LONDON (March 2): Further signs that Federal Reserve policymakers are swinging behind a March rise in US interest rates kept the US dollar rising against the yen on Thursday while it struggled to make more pace against a resilient euro.
Governor Lael Brainard, a renowned dove on the Fed's open market committee, was the latest to say on Wednesday that an improving global economy and a solid US recovery mean it will be "appropriate soon" for the Fed to raise rates.
That fuelled an almost half percent rise to a two-week high of 114.31 yen and put the US dollar in positive territory for a third day running against the euro and its fifth against the pound.
Yet the scale of the gains, given the huge swing in expectations for a Fed hike — from 30% at the start of the week to roughly 70% on Thursday — was still relatively modest: the dollar index has gained just under 0.7% in that time.
"The fact that the dollar hasn't managed to rally to any order of magnitude is of concern to dollar bulls," said Richard Benson, co-head of portfolio management with currency fund Millennium Global in London.
"The problem from here is that if you haven't been involved for a period of time, are you going to bet against the euro when its almost fully-priced for the Fed. The next two percent (move higher for the dollar) may be very sticky."
The dollar index, which measures the greenback against a basket of six major currencies, was less than 0.1% higher on the day on Thursday at 101.84, down off a peak of 102.0 reached in Asian trading.
A widening of US-Japan interest rate differentials helped the US dollar, the US two-year yield hovering near a more than seven-year high of 1.308%. The benchmark 10-year Treasury yield was also close to a two-week high, last standing at 2.461%.
However, some analysts warned that the US dollar could weaken despite the widening interest rate differentials should stocks retreat.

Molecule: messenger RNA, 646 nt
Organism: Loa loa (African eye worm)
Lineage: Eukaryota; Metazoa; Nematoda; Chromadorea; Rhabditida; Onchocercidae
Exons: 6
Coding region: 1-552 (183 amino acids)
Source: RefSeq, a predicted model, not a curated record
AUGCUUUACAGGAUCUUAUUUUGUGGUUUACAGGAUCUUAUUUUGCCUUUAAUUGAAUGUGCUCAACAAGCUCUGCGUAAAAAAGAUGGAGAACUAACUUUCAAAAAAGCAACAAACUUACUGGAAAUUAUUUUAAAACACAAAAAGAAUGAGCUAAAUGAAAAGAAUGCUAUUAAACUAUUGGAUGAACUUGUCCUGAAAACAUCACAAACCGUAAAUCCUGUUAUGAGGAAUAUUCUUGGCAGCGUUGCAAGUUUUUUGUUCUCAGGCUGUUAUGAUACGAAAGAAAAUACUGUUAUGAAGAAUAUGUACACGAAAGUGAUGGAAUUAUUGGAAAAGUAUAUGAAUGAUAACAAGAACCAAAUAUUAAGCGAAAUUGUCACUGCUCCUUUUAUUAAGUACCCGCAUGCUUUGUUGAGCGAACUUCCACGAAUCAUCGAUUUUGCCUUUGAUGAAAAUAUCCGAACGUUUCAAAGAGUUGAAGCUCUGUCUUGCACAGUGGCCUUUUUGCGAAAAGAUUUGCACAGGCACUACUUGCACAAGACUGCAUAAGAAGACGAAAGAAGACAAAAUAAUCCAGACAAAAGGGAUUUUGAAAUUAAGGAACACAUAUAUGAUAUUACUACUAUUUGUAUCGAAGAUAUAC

"If the Fed goes ahead with a faster pace of rate hikes and shrinks its balance sheet, it will weigh on stock prices," said Minori Uchida, chief FX analyst at Bank of Tokyo Mitsubishi UFJ.
"Lower share prices and wider yield differentials would result in a weaker dollar, just like in May 2013 when Fed's Bernanke signalled tapering."
Speeches from Fed Chair Janet Yellen and Vice Chair Stanley Fischer on Friday are now widely expected to be the final piece of the puzzle, along with next week's non-farm payrolls.
Traders cite a steady drip of corporate demand for the euro, but Millennium's Benson and a number of others point to the need for a bigger move in yields of longer-dated US Treasuries if the greenback is to rise further.
"Whether the Fed's next hike is in March, May or June is less important than whether they go twice or three times this year, and that in turn is less important than what the market prices as a terminal Fed Funds rate," said Societe Generale strategist Kit Juckes.
"At the moment, the market isn't convinced that Fed Funds will peak much above 2%. A move higher from there would be more supportive for the dollar than any rethink about how fast we get to 2%."